It's a great week for John Hodgman fans. Hodgman -- you know, "The Daily Show" expert, the guy who plays the PC in Mac ads. He is suddenly everywhere: back on Jon Stewart's show last night, talking to "Rachel Maddow" on Monday night, guest blogging on BoingBoing, Twittering about the presidential race, showing up in some new Mac/PC ads out, making appearances in New York, various blogs and podcasts. It's all about promoting his new book, "More Information Than You Require," officially released Tuesday. By the way, if we are heading for another Great Depression, we're going to need more than 700 hobo names.

There are just 24 side-by-side seats at the long communal table at Socarrat Paella Bar on 19th Street in Chelsea, as Frank Bruni noted last week in The Times, and they don't take reservations. So when our party of eight -- including four kids -- showed up on Sunday night, the math was against us, even though we were arriving before 6. We would have needed a third of the entire restaurant. The place was already jammed, but the owner had a soft spot for kids and saw our dilemma as we were about to wander off in search of a different place. It was a warm October night, an unseasonable 70 degrees. We were walked through the kitchen to a big table on a back, open-air patio. The kids ran around while we ate. The paella was as great as billed, according to one in our party, who grew up eating the home-made stuff. I doubt we would get this lucky again, but I definitely plan to go back (probably with just a party of 2 this time).

AuthorPatrick LaForge

The big one right now is "Anathem" by Neal Stephenson, a work of speculative fiction set on another planet (apparently), weighing in at more than a pound and 937 pages. For some reason I am a sucker for big books. I am also working my way through a stack of comix, graphic novels and illustrated memoirs, including:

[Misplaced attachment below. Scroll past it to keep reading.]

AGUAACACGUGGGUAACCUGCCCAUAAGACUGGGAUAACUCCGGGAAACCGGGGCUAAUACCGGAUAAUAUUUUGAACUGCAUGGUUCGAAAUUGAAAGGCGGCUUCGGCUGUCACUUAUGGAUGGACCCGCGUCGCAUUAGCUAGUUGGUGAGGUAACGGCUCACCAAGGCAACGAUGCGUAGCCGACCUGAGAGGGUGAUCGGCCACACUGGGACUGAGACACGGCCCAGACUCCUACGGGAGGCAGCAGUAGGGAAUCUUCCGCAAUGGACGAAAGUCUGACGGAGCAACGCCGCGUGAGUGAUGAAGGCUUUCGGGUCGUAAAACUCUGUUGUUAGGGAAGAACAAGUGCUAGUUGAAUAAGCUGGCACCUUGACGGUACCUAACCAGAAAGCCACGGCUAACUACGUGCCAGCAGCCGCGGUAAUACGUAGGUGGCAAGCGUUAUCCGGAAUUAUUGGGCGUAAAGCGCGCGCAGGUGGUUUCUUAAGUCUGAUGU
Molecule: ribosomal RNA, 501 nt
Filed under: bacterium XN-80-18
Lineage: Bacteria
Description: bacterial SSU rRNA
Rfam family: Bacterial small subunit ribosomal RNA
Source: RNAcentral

AuthorPatrick LaForge
CategoriesPaper & Ink

Updated  Sept. 16, 2012.

When I started working on the metropolitan desk of The New York Times in 1997, the newsroom was using a publishing system known as Atex for text editing. Usernames were six characters long. The naming convention at the time was to take the first two letters of the staffer's given name and the first four letters of the surname. Patrick+LaForge=Palafo.

Not every Atex username had a mellifluous combination of consonants and vowels, but mine did. On a whim, I used it as a username on various sites in the early years of the Web and as an e-mail address with a succession of Internet service providers. The vaguely Italian-sounding but non-existent name was usually available, while my actual name was already being snapped up by my French-Canadian-Irish doppelgängers.

The Atex naming convention used by The Times was abandoned (along with Atex), but a few of us still use the naming convention in e-mail addresses.

I have been a computer nerd and geek since a time before there was a Web, and I was a bit of an early Web pioneer, but I did not use the name for a blog until I started the earliest version of this one in 2008. Here's hoping I don't besmirch it in the permanent record for all time.

Regarding the pronunciation: Some people have been known to say PAL-ah-foe, but I prefer to stress the syllable that is also the first syllable of my surname: puh-LAAF-oh. Sort of like palazzo.